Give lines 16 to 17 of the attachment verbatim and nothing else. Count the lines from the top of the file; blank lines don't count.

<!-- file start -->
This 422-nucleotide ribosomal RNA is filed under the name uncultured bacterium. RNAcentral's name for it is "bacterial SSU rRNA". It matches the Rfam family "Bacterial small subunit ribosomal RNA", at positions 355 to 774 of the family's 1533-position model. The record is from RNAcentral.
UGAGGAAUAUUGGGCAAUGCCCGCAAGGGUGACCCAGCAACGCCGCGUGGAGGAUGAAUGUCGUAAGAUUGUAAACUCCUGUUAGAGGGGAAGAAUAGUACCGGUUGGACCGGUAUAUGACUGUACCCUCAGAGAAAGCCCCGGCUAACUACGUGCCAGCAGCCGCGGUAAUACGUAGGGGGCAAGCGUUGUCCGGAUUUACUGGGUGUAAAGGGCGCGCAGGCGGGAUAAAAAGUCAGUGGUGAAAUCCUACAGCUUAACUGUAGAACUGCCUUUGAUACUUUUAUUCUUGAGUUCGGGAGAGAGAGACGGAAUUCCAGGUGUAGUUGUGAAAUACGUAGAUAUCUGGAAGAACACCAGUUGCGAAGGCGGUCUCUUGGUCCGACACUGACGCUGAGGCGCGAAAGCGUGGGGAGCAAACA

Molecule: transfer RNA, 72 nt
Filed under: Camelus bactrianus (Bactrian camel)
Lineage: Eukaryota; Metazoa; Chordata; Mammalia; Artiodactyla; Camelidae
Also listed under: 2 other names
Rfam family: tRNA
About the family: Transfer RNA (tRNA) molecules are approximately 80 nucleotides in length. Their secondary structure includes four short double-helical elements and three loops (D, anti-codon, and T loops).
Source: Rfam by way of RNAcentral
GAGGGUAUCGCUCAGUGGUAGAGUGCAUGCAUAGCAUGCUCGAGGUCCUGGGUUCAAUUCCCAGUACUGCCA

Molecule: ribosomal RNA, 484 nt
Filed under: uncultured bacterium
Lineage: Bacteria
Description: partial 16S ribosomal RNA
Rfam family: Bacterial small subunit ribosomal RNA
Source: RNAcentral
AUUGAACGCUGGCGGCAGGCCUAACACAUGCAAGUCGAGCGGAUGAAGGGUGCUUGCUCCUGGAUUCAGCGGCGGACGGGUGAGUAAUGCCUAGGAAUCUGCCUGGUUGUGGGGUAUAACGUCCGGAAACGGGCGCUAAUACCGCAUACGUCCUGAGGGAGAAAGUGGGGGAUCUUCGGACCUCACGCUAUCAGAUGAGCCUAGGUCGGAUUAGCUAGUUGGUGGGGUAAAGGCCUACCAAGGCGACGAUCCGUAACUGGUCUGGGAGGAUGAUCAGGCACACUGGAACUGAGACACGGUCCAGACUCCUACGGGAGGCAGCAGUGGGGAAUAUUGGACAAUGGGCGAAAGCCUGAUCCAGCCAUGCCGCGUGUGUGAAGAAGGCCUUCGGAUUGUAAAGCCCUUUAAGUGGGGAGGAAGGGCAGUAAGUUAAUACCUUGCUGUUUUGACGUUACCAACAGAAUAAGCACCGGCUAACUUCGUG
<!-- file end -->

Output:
Source: RNAcentral
AUUGAACGCUGGCGGCAGGCCUAACACAUGCAAGUCGAGCGGAUGAAGGGUGCUUGCUCCUGGAUUCAGCGGCGGACGGGUGAGUAAUGCCUAGGAAUCUGCCUGGUUGUGGGGUAUAACGUCCGGAAACGGGCGCUAAUACCGCAUACGUCCUGAGGGAGAAAGUGGGGGAUCUUCGGACCUCACGCUAUCAGAUGAGCCUAGGUCGGAUUAGCUAGUUGGUGGGGUAAAGGCCUACCAAGGCGACGAUCCGUAACUGGUCUGGGAGGAUGAUCAGGCACACUGGAACUGAGACACGGUCCAGACUCCUACGGGAGGCAGCAGUGGGGAAUAUUGGACAAUGGGCGAAAGCCUGAUCCAGCCAUGCCGCGUGUGUGAAGAAGGCCUUCGGAUUGUAAAGCCCUUUAAGUGGGGAGGAAGGGCAGUAAGUUAAUACCUUGCUGUUUUGACGUUACCAACAGAAUAAGCACCGGCUAACUUCGUG